Ethiopia: Faces Of The Karo People

The Karo tribe living along the borders of the Lower Omo River incorporate rich, cultural symbolism into their rituals by using ornate body art, intricate headdresses, and body scarification to express beauty and significance within their community. This lively tribe of around 2000 people is the main sedentary agriculturalist group in the Lower Omo Valley area of southern Ethiopia.

Many of their traditional rituals might have originated with another much larger tribe: the Hamar, which is of the same lineage but numbers approximately 30,000. These two groups speak nearly identical, Omotic languages and much of the symbolism found in both groups’ ceremonies suggest a rich, cultural history together.

The Karo people differentiate themselves from many of the neighbouring tribes by excelling specifically in body and face painting. They paint themselves daily with coloured ochre, white chalk, yellow mineral rock, charcoal, and pulverized iron ore, all natural resources local to the area.

The specific designs drawn on their bodies can change daily and vary in content, ranging from simple stars or lines to animal motifs, such as guinea fowl plumage, or to the most popular – a myriad of handprints covering the torso and legs. Both the Karo and the Hamar men use clay to construct elaborate hairstyles and headdresses for themselves, signifying status, beauty, and bravery.

The Karo male hairstyle is very elaborate. A part is made from one ear to the other. The front portion is made into braids, which frame the forehead. The rest of the hair is drawn back into a thick chignon and held firmly by a colorful cap of glazed earth. Sometimes pieces of bark are glued onto the cap and holes are made in the bark to attach ostrich feathers. Or, it is painted in red, white and black – three colors of mystical and legendary significance.

A man wearing a grey and red-ochre clay hair bun with an Ostrich feather indicates that he has bravely killed an enemy from another tribe or a dangerous animal, such as a lion or a leopard. This clay hair bun often takes up to three days to construct. It is usually remade every three to six months, and can be worn for a period of up to one year after the kill.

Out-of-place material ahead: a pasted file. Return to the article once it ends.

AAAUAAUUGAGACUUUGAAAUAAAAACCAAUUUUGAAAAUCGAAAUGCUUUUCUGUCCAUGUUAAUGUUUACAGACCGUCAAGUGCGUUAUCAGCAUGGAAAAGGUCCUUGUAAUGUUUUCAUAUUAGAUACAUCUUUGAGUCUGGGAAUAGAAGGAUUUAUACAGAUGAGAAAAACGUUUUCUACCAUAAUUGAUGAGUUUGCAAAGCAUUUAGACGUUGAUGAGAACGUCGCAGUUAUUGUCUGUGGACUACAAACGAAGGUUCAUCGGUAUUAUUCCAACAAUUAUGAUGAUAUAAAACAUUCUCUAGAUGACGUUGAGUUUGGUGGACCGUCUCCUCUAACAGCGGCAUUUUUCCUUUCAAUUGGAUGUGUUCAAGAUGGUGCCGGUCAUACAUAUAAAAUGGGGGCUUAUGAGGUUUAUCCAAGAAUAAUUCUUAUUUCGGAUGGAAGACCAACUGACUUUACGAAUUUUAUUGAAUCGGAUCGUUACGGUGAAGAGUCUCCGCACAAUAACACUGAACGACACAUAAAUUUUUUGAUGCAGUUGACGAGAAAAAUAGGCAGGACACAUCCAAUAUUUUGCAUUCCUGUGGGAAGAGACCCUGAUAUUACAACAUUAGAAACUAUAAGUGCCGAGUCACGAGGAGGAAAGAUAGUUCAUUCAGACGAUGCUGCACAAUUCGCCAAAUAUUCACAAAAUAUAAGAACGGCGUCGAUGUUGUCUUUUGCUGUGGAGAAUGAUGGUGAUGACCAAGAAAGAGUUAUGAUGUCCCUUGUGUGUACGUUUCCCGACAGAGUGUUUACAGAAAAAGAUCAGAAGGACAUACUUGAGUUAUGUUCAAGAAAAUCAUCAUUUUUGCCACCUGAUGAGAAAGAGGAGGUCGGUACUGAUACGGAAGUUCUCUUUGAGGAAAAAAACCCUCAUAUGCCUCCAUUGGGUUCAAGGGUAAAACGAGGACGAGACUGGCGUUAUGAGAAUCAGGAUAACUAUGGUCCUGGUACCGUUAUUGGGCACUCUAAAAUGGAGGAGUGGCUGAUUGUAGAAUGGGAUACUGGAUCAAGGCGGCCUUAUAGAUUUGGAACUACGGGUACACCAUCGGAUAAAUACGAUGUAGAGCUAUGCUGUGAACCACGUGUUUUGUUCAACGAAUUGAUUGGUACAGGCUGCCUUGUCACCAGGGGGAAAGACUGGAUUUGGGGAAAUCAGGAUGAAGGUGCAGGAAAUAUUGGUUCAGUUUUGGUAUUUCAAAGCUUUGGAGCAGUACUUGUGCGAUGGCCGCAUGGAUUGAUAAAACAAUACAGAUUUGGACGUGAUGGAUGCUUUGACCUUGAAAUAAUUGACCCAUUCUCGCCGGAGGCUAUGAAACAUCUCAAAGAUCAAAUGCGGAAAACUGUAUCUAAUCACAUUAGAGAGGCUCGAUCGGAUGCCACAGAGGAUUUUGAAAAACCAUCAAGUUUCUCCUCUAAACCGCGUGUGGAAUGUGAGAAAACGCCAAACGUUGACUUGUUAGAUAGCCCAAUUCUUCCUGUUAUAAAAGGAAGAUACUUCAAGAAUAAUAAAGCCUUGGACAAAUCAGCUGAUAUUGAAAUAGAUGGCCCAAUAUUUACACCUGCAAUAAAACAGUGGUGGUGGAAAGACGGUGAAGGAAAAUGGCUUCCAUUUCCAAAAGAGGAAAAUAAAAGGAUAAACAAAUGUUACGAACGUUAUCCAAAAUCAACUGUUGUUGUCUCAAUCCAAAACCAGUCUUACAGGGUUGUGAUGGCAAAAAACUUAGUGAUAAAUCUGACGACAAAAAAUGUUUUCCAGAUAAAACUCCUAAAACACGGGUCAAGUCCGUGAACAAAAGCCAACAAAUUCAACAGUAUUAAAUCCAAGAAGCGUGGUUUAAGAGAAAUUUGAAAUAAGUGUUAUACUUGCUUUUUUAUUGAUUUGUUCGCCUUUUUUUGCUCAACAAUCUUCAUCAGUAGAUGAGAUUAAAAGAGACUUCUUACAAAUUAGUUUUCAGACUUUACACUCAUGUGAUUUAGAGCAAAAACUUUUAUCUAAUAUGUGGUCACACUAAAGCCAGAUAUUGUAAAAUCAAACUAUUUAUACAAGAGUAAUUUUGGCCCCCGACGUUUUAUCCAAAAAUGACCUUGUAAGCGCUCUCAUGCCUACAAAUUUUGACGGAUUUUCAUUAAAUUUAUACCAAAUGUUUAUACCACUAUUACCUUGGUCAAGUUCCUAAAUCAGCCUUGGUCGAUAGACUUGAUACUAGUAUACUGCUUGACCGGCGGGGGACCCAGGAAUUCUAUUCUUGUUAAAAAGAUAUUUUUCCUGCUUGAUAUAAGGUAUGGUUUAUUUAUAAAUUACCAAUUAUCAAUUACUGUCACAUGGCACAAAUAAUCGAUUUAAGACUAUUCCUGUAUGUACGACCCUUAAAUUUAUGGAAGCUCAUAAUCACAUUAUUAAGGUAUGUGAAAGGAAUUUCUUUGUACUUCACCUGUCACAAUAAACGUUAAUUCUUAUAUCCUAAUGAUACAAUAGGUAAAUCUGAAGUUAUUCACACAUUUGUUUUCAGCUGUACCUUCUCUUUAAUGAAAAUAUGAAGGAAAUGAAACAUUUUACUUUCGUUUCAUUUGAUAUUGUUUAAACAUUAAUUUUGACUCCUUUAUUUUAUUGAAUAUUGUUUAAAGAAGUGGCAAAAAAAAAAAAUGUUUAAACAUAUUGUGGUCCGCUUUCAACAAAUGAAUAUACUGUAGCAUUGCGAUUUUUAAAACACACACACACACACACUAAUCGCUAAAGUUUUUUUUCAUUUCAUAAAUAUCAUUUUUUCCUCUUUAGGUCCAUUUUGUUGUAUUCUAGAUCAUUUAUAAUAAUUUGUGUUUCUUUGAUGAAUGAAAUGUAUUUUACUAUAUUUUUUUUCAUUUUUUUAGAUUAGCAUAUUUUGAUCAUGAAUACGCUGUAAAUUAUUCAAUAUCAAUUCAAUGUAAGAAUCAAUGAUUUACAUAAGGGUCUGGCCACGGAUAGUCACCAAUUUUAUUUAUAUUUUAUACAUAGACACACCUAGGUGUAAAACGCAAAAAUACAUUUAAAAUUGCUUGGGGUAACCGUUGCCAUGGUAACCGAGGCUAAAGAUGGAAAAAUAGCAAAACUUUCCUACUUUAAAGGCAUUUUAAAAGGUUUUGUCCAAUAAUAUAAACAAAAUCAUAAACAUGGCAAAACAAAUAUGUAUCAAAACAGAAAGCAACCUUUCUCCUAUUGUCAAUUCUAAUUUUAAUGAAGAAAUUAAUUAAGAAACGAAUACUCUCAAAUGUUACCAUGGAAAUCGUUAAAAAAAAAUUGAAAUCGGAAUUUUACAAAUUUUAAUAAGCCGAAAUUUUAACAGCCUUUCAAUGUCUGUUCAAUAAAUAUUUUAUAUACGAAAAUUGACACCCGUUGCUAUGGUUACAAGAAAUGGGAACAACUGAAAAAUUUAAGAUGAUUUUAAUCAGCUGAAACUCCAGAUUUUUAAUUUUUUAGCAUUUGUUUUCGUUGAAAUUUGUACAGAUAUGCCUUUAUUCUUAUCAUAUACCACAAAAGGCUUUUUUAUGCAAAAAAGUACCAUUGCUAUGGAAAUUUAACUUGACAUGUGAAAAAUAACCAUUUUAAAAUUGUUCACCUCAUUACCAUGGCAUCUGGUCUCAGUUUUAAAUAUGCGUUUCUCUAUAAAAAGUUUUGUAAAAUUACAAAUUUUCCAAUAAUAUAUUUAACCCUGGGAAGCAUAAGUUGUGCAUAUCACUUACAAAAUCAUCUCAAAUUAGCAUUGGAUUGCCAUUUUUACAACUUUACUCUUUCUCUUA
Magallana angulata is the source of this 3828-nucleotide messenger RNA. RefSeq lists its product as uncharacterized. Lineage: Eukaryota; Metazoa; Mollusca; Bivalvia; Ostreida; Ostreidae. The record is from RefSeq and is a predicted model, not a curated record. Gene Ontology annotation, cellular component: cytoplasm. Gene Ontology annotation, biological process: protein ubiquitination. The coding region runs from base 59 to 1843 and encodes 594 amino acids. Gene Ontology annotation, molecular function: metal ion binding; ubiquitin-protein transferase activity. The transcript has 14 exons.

Large beads worn around the neck of a man also signify a big game kill. The Karo men cover their body and face with ashes mixed with fat, a symbol of virility for important festivities and the ritual combats between the clans, which take place after the harvest. (Cinders also protect them from mosquitoes and tsetse fly). These ceremonial combats are of great importance because they enable the men to exhibit their beauty and courage and thus, perhaps to attract a woman. The scars and lacerations, particularly those on the chest, are highly esteemed marks of valor.

Karo women usually wear only a skin loincloth, decorated with beads and cowries. Their hair is greased with red clay and cut into a short skullcap.The Karo’s artistic practices in their daily lives are for self-pleasure and pride, respect and symbolic recognition within their society, and as a means of attracting the opposite sex during rituals. Courtship dances are frequently held and oftentimes the outcome of these frenzied, impassioned dances result in future marriages.

Specific rituals occur regularly within the tribal communities, and sometimes neighbouring villagers will travel all night to witness these rites of passages and participate in the celebrations. Body scarification conveys either significant symbolism or aesthetic beauty, depending upon the sex of the individual.

The scarification of the man’s chest indicates that he has killed enemies from other tribes, and he is highly respected within his community. Each line on his chest represents one killing, and complete chest scarification is not rare. The Karo women are considered particularly sensual and attractive if cuts are made deep into their chests and torsos and ash is rubbed in, creating a raised effect over time and thereby enhancing sexual beauty.

The Karo, like the Hamar, perform the Bula or Pilla initiation rite, which signifies the coming of age for young men. The initiate must demonstrate that he is ready to “become a man” by leaping over rows of cattle six times consecutively without falling. If successful, the boy will become eligible for marriage (as long as his older brothers are already married) and he will be allowed to appear publicly with the elders in sacred areas.

In recent times however the modern world has begun to creep into their existence. Plastic water containers, odd T-shirr and the automatic weapon. The end of the Mengistu reign in the 1990s and ongoing conflict in Sudan and Somalia have ensured a flood of AK-47′s, Kalashnikovs and G-3 rifles into the region. Guns are used to protect cattle, to hunt and to settle disputes.

All photographs by Einat Klein:

Uzonna Anele
Uzonna Anele
Anele is a web developer and a Pan-Africanist who believes bad leadership is the only thing keeping Africa from taking its rightful place in the modern world.



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